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A New Phase for the Social Inclusion and Poverty Reduction Unit with the Same Mission

Dragana Jovanović ArijasWritten by: Dragana Jovanović Arijas, Manager of the Social Inclusion and Poverty Reduction Unit of the Government of the Republic of Serbia and Coordinator for the Social Inclusion of Roma

The Government of the Republic of Serbia established the Social Inclusion and Poverty Reduction Unit in July 2009. The Unit is mandated with strengthening Government capacities for the development and implementation of social inclusion policies based on European good practices and providing support to line ministries in developing and implementing social inclusion policies, with regular consultations with various organizations.
As of 2018, the Social Inclusion and Poverty Reduction Unit has been implementing its activities under the auspices of the Office of Prime Minister Ana Brnabić. More on the key results, most interesting events, and most inspiring people we have worked with since 2009 can be found here.

The Social Inclusion and Poverty Reduction Unit of the Government of the Republic of Serbia has been implementing the programme “Support to the Improvement of Social Inclusion in the Republic of Serbia” since 2009. We have initiated the implementation of the third phase of this programme in January 2018. Furthermore, the Unit continued the implementation of the programme “From Education to Employment“, with the goal of inclusive and sustainable increase in youth employability in the Republic of Serbia. The above programmes are being implemented in cooperation with the Swiss Office for Cooperation and with the support of the Swiss Confederation during the period 2009 to 2021.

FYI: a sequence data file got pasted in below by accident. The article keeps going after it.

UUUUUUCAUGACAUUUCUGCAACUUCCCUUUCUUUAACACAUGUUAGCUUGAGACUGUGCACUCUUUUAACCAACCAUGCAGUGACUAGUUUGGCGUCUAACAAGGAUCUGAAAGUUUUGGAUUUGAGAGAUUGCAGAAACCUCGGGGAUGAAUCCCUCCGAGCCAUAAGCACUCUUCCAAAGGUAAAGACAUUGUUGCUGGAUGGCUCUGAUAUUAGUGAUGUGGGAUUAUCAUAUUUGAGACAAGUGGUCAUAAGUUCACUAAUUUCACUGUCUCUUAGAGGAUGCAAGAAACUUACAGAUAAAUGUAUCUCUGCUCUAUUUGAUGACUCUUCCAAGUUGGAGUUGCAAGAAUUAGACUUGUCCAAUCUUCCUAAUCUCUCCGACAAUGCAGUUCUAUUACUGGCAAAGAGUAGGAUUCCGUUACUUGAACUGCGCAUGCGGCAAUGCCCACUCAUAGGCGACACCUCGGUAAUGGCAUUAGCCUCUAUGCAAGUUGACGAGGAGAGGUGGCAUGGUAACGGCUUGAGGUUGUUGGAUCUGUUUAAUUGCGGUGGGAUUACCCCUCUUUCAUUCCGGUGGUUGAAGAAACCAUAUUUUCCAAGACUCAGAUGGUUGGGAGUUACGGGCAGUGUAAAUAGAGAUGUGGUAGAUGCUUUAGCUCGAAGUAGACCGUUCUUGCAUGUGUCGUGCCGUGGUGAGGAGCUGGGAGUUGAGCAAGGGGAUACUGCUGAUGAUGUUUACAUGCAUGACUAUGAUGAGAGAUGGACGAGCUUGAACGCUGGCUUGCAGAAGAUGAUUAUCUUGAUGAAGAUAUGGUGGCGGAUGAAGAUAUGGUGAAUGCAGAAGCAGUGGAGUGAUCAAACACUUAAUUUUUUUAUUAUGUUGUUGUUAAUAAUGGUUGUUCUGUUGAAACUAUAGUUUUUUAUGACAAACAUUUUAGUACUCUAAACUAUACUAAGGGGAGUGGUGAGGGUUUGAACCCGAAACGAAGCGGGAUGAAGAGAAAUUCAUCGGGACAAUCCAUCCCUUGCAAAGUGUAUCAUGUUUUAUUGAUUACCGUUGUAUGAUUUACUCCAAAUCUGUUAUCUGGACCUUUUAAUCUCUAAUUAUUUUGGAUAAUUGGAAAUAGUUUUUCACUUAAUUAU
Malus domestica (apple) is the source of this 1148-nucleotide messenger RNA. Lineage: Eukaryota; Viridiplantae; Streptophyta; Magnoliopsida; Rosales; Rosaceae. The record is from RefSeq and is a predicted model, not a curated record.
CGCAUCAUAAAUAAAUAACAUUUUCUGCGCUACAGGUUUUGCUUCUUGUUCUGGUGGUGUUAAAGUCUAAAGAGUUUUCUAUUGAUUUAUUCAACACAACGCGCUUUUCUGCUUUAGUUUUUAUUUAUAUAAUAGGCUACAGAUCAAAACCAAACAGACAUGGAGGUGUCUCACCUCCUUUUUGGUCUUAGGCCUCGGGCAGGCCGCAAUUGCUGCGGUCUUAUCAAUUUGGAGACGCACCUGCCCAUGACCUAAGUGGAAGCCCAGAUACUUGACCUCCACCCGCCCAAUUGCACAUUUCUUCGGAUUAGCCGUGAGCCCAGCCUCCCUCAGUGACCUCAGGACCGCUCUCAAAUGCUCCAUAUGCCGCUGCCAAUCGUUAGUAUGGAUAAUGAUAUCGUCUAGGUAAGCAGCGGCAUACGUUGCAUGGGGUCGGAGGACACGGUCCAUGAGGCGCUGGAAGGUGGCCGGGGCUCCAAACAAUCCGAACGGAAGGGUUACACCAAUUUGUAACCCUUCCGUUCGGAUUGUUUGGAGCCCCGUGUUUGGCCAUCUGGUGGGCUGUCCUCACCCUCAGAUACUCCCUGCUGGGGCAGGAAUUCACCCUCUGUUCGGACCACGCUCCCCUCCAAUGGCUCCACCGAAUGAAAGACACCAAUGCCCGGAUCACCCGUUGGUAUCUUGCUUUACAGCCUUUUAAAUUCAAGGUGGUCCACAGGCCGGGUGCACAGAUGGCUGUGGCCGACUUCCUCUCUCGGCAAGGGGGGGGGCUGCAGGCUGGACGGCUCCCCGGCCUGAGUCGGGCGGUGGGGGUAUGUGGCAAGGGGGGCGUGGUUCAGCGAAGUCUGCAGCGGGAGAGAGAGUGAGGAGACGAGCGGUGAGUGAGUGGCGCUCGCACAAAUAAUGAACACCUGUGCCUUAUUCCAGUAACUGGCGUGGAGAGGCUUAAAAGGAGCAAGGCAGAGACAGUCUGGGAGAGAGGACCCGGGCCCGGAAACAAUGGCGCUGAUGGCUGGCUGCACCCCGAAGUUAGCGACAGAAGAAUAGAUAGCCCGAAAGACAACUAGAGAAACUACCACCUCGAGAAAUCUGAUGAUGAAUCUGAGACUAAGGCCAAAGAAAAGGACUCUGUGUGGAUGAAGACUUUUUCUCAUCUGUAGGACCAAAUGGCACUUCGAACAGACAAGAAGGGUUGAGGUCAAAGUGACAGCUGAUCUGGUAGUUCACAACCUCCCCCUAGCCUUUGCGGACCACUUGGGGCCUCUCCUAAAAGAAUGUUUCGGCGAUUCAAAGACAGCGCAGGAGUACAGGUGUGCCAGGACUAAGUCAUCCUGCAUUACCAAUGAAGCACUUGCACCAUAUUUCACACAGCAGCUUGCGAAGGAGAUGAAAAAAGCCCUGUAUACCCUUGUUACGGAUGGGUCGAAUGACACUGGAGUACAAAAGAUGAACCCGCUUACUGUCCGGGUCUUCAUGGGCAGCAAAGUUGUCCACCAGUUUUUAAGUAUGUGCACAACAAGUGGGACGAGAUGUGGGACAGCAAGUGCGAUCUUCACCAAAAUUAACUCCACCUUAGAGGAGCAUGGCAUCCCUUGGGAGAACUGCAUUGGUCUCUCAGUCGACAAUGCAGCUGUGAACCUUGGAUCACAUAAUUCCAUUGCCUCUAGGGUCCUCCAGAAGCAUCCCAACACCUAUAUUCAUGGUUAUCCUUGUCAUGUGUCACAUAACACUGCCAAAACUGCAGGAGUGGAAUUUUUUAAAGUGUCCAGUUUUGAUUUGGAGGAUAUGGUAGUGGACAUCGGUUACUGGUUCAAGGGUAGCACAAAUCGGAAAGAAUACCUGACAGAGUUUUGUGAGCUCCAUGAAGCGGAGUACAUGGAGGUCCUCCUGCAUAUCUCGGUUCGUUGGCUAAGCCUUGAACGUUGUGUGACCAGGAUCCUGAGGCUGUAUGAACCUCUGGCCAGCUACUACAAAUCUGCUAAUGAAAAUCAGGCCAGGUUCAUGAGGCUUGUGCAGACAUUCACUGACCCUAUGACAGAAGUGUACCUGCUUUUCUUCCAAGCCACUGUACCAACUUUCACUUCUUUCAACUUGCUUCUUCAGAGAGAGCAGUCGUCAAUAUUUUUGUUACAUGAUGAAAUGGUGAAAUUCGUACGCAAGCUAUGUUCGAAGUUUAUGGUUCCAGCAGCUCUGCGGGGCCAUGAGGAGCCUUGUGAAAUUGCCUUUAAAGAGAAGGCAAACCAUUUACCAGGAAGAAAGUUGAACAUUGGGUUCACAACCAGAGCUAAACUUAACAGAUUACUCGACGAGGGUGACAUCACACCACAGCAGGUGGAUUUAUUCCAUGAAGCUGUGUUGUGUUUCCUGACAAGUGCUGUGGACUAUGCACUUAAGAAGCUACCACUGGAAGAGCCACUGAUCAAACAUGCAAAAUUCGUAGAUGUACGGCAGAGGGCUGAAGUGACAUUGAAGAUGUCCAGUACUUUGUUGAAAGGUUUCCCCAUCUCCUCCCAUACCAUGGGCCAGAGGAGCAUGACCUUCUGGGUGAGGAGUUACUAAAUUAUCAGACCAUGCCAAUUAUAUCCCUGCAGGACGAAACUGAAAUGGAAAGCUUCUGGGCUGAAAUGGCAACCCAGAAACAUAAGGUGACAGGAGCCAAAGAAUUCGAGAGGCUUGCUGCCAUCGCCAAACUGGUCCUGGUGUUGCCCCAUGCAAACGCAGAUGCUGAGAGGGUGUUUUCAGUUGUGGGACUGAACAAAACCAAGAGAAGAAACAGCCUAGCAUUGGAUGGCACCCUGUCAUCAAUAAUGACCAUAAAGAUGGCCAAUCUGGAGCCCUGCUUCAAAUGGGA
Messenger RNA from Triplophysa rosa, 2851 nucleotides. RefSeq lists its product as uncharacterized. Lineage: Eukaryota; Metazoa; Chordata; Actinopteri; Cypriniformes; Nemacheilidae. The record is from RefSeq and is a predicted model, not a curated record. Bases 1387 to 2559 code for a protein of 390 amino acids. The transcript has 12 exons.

The overall goal of the third phase of the programme “Support to the Improvement of Social Inclusion in the Republic of Serbia” is to contribute to the greater social inclusion of vulnerable groups and the active participation of all stakeholders to ensure an improved quality of life for all. The desired changes listed above have been grouped and formulated under three outcomes, oriented towards implementing parties, and/or final beneficiaries:
  • Outcome 1: Relevant national and local institutions are more effective in applying selected principles of good governance (with an emphasis on participation, equality and non-discrimination) when achieving the priorities of social inclusion in accordance with international standards, in public policy areas related to social inclusion (social protection, education, healthcare, employment and housing).
  • Outcome 2: Institutions at the local level in target municipalities respond better to the needs of impoverished and socially excluded citizens, and
  • Outcome 3: Persons in a state of social exclusion (particularly women, youth, Roma, migrants and persons with disabilities, particularly in rural and extremely impoverished areas) are empowered through the support of their environment to use quality, integrated and inclusive services in the areas of social welfare, education, employment, healthcare and housing.